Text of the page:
Tag Archives: The Study of the Bible

“The great duty of a faithful interpreter” by John Owen

“I shall, therefore, fix this assertion as a sacred truth: Whoever, in the diligent and immediate study of the Scripture to know the mind of God therein so as to do it, doth abide in fervent supplications, in and by Jesus Christ, for supplies of the Spirit of grace, to lead him into all truth, to reveal and make known unto him the truth as it is in Jesus, to give him an understanding of the Scriptures and the will of God therein, he shall be preserved from pernicious errors, and attain that degree in knowledge as shall be sufficient unto the guidance and preservation of the life of God in the whole of his faith and obedience.

And more security of truth there is herein than in men’s giving themselves up unto any other conduct in this world whatever. The goodness of God, His faithfulness in being the ‘rewarder of them that diligently seek Him,’ the command of this duty unto this end, the promises annexed unto it, with the whole nature of religion, do give us the highest security herein. And although these duties cannot but be accompanied with a conscientious care and fear of errors and mistakes, yet the persons that are found in them have no ground of troublesome thoughts or fearful suspicions that they shall be deceived or fail in the end they aim at.

Prayer respects particular occasions, or especial places of Scripture, whose exposition or interpretation we inquire after. This is the great duty of a faithful interpreter, that which in, with, and after, the use of all means, he betakes himself unto. An experience of divine guidance and assistance herein is that which unto some is invaluable, however by others it be despised.

But shall we think it strange for a Christian, when, it may be after the use of all other means, he finds himself at a loss about the true meaning and intention of the Holy Spirit in any place or text of Scripture, to betake himself in a more than ordinary manner unto God by prayer, that he would by His Spirit enlighten, guide, teach, and so reveal the truth unto him? Or should we think it strange that God should hear such prayers, and instruct such persons in the secrets of His covenant? God forbid there should be such atheistical thoughts in the minds of any who would be esteemed Christians!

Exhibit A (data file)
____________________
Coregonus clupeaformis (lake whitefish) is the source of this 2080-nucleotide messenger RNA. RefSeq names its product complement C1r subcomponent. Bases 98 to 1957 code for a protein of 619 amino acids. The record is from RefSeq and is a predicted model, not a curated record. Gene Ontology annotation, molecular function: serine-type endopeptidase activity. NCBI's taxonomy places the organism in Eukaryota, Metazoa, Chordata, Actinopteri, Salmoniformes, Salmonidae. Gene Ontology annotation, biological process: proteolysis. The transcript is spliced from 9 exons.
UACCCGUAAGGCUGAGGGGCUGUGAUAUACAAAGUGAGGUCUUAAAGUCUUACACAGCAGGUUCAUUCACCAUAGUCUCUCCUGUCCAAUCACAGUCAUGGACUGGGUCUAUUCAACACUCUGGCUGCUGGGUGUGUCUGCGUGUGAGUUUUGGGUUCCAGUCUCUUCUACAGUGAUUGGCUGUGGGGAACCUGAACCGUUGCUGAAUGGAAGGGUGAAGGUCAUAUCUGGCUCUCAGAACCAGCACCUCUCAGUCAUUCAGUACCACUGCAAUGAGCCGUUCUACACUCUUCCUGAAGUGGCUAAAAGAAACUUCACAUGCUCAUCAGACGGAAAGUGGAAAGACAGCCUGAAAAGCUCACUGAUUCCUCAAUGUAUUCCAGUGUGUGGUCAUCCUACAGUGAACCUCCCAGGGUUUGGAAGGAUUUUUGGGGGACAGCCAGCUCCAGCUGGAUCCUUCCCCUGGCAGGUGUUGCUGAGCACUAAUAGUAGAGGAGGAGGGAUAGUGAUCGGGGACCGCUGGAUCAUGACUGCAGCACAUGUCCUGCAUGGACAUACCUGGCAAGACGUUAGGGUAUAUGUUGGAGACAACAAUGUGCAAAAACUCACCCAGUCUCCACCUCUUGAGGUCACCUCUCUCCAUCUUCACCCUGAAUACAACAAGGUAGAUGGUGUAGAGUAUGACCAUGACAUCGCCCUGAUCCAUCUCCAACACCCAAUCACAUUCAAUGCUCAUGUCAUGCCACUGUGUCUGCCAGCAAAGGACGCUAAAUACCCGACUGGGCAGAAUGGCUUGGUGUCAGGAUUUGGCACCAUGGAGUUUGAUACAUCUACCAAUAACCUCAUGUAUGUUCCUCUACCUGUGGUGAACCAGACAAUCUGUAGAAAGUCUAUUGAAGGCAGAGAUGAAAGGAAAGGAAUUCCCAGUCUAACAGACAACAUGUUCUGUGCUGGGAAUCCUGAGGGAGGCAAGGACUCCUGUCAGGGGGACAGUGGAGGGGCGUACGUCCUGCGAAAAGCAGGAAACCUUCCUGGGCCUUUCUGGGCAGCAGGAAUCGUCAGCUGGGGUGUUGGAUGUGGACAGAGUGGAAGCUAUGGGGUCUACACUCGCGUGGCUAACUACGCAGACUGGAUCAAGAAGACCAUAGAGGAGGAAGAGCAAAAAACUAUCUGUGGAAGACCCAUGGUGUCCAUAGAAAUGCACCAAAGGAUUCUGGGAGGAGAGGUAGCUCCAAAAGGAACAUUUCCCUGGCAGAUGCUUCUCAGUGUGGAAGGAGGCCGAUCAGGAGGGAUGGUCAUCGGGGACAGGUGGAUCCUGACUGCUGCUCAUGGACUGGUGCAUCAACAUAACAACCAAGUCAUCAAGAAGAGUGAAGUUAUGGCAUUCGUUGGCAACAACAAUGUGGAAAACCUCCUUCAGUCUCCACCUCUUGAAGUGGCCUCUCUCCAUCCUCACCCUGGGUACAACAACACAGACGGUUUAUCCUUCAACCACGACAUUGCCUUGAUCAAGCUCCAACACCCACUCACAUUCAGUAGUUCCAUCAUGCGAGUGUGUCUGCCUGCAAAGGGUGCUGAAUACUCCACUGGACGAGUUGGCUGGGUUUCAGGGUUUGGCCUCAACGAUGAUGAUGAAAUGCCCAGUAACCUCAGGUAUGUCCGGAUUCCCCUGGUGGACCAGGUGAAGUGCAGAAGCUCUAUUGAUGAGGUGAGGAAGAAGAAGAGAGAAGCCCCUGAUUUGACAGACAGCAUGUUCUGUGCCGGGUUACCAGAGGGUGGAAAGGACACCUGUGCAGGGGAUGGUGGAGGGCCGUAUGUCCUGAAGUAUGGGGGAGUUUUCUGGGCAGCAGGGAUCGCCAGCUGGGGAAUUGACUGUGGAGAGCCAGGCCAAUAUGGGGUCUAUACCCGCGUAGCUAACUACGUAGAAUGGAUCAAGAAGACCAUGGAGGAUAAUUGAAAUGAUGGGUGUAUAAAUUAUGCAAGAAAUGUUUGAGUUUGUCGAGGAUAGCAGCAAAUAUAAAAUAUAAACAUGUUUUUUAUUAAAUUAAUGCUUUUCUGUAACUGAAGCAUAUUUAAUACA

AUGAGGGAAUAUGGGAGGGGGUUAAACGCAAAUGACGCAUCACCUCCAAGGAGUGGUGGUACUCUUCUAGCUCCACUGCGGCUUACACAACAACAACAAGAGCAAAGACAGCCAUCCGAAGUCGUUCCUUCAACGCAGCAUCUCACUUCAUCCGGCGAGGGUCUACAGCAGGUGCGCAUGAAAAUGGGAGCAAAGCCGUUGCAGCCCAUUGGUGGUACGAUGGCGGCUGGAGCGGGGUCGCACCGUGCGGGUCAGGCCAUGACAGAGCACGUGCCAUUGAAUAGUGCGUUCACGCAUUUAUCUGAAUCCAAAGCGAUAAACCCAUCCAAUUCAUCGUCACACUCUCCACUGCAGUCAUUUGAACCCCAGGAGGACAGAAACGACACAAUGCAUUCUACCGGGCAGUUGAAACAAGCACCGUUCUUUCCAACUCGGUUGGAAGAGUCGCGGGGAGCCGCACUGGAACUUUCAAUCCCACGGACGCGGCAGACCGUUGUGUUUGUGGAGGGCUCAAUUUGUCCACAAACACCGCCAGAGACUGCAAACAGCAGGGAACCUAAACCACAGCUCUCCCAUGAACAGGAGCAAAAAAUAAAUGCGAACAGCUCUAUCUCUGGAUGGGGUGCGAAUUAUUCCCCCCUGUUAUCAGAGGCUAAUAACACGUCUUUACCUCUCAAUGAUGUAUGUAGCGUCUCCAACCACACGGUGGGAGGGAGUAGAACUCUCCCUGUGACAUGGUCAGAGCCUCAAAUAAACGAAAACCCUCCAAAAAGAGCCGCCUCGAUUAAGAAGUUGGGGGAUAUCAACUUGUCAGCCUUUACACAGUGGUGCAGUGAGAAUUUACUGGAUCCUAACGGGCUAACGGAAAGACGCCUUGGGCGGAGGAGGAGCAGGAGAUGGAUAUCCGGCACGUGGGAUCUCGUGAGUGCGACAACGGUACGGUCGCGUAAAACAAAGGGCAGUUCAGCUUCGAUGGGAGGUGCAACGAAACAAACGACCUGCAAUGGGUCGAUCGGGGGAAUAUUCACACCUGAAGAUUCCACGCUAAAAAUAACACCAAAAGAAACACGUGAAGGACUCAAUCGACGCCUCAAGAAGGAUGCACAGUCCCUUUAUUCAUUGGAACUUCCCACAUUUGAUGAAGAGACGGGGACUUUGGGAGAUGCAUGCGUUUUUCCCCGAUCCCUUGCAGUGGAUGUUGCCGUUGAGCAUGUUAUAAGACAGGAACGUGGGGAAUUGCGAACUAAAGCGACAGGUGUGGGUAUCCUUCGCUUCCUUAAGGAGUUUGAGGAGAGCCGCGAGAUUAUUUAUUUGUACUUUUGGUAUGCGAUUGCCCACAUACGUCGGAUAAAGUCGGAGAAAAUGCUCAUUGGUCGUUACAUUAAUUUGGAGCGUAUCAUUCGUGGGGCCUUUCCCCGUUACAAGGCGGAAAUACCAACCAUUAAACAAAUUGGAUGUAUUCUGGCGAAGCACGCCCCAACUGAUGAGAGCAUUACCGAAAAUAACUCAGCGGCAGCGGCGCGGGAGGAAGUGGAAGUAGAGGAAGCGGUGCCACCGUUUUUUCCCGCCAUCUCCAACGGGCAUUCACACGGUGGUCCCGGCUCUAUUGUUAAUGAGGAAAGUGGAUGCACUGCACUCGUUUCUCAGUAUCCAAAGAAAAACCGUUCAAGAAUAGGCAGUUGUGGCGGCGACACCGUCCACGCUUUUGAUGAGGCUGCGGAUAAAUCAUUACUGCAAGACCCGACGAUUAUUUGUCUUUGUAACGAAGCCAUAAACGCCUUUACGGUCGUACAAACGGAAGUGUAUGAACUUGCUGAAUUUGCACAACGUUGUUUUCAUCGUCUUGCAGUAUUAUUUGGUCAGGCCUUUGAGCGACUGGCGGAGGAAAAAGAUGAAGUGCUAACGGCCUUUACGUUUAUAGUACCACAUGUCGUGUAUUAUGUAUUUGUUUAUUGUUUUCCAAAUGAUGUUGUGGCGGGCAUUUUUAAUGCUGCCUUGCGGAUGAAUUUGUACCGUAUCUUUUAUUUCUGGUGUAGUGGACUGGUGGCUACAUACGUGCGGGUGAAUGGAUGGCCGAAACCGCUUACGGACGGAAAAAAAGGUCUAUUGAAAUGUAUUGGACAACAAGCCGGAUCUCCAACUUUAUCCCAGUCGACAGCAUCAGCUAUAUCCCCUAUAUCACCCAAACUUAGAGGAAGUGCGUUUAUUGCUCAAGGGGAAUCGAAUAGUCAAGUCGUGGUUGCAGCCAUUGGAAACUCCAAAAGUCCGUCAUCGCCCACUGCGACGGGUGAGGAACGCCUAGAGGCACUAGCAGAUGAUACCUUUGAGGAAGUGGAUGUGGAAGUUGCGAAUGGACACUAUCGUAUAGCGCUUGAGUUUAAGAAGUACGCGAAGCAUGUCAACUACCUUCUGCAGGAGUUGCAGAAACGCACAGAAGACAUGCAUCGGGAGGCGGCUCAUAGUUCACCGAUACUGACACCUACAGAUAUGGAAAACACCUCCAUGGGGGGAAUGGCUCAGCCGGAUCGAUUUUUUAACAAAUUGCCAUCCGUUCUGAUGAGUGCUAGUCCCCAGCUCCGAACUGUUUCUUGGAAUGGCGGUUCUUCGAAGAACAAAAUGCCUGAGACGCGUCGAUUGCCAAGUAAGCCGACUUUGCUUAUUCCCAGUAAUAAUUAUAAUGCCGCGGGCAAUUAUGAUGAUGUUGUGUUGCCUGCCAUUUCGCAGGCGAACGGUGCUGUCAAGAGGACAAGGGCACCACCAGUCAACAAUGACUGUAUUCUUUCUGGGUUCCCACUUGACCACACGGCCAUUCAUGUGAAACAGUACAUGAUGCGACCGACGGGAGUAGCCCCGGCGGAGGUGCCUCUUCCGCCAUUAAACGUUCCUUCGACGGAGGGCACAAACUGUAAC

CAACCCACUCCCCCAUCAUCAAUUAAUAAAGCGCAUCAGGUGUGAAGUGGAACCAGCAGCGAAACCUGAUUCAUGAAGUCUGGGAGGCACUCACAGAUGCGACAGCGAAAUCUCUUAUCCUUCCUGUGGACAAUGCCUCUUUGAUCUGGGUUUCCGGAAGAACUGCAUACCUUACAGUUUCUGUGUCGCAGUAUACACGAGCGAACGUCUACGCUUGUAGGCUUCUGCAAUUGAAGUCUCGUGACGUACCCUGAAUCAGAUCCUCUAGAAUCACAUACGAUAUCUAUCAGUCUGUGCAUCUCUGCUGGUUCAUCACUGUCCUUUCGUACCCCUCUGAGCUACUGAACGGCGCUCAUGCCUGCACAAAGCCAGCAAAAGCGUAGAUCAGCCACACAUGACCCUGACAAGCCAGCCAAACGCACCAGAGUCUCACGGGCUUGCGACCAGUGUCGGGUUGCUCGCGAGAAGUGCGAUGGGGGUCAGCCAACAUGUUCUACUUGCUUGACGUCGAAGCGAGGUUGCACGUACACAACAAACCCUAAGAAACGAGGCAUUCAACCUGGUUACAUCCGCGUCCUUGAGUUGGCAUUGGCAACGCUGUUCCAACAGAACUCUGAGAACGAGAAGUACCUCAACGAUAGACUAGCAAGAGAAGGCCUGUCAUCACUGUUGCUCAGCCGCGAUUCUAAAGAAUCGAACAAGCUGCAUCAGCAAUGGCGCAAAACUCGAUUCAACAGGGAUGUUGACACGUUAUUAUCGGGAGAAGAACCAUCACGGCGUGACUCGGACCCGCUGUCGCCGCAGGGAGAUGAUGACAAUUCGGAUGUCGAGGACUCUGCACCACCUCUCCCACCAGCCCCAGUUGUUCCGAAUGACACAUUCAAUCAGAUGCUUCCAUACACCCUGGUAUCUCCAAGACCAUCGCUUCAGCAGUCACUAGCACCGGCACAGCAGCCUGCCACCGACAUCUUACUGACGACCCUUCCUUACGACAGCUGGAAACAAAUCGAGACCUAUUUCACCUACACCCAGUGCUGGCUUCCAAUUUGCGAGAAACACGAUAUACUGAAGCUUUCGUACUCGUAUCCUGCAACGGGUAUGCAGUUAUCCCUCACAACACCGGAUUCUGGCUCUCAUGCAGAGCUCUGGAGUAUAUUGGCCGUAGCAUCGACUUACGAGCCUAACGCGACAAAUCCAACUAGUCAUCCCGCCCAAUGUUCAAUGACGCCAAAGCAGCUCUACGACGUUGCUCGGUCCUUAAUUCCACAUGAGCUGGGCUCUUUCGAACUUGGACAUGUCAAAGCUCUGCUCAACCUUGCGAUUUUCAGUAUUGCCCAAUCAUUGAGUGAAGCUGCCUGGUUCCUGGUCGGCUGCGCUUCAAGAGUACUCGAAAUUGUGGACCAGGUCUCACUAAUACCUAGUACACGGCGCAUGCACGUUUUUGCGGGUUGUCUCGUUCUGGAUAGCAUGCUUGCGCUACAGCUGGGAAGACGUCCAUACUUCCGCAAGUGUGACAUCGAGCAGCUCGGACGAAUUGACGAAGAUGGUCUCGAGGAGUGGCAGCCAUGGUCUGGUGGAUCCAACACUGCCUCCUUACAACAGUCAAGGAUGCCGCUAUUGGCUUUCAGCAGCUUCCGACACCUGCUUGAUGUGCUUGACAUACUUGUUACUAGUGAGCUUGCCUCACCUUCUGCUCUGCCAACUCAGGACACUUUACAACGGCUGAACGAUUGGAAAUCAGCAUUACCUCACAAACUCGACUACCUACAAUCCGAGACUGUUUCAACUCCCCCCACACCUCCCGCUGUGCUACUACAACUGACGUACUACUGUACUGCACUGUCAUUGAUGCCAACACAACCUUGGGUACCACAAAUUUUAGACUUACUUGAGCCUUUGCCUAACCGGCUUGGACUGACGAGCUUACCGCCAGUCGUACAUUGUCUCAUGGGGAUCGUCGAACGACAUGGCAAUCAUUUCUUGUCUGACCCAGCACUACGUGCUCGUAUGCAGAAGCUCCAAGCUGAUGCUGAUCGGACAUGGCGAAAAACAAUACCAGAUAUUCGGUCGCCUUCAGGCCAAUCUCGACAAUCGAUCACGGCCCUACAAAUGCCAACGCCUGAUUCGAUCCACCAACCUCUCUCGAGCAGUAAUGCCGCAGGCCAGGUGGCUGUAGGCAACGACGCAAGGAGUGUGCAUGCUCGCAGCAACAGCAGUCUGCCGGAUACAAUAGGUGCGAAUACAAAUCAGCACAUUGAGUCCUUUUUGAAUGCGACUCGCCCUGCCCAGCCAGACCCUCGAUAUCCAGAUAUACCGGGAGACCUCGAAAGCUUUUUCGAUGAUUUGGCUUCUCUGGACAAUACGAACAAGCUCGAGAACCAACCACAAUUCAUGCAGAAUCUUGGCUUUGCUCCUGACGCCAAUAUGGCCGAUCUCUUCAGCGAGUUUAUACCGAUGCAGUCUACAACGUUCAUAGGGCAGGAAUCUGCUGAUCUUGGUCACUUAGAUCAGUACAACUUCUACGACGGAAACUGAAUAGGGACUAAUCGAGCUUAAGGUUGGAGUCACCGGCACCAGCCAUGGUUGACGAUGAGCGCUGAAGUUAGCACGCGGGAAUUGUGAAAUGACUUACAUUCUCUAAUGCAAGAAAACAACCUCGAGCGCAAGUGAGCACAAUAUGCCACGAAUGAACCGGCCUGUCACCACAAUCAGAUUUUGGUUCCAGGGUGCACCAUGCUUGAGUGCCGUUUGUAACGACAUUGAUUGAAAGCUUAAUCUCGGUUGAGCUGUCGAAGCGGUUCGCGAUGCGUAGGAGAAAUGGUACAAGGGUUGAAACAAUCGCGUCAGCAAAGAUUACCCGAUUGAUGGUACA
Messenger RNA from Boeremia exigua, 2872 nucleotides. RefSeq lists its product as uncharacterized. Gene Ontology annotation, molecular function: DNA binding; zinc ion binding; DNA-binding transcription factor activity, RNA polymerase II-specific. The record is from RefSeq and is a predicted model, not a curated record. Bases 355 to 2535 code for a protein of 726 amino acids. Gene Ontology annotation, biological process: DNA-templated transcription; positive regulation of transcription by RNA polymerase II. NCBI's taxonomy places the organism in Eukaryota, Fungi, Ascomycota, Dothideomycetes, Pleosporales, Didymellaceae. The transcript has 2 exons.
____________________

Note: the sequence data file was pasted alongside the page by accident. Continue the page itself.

Yea, I must say, that for a man to undertake the interpretation of any part or portion of Scripture in a solemn manner, without invocation of God to be taught and instructed by His Spirit, is a high provocation of him; nor shall I expect the discovery of truth from any one who so proudly and ignorantly engageth in a work so much above his ability to manage.

I speak this of solemn and stated interpretations; for otherwise a ‘scribe ready furnished for the kingdom of God’ may, as he hath occasion, from the spiritual light and understanding wherewith he is endued, and the stores he hath already received, declare the mind of God unto the edification of others. But this is the first means to render our studying of the Scripture useful and effectual unto the end aimed at.

This, as was said, is the sheet-anchor of a faithful expositor of the Scripture, which he betakes himself unto in all difficulties; nor can he without it be led into a comfortable satisfaction that he hath attained the mind of the Holy Ghost in any divine revelation. When all other helps fail, as he shall in most places find them to do, if he be really intent on the disquisition of truth, this will yield him his best relief.

And so long as this is attended unto, we need not fear farther useful interpretations of the Scripture, or the several parts of it, than as yet have been attained unto by the endeavours of others; for the stores of truth laid up in it are inexhaustible, and hereby will they be opened unto those that inquire into them with humility and diligence. The labours of those who have gone before us are of excellent use herein, but they are yet very far from having discovered the depths of this vein of wisdom; nor will the best of our endeavours prescribe limits and bounds to them that shall come after us.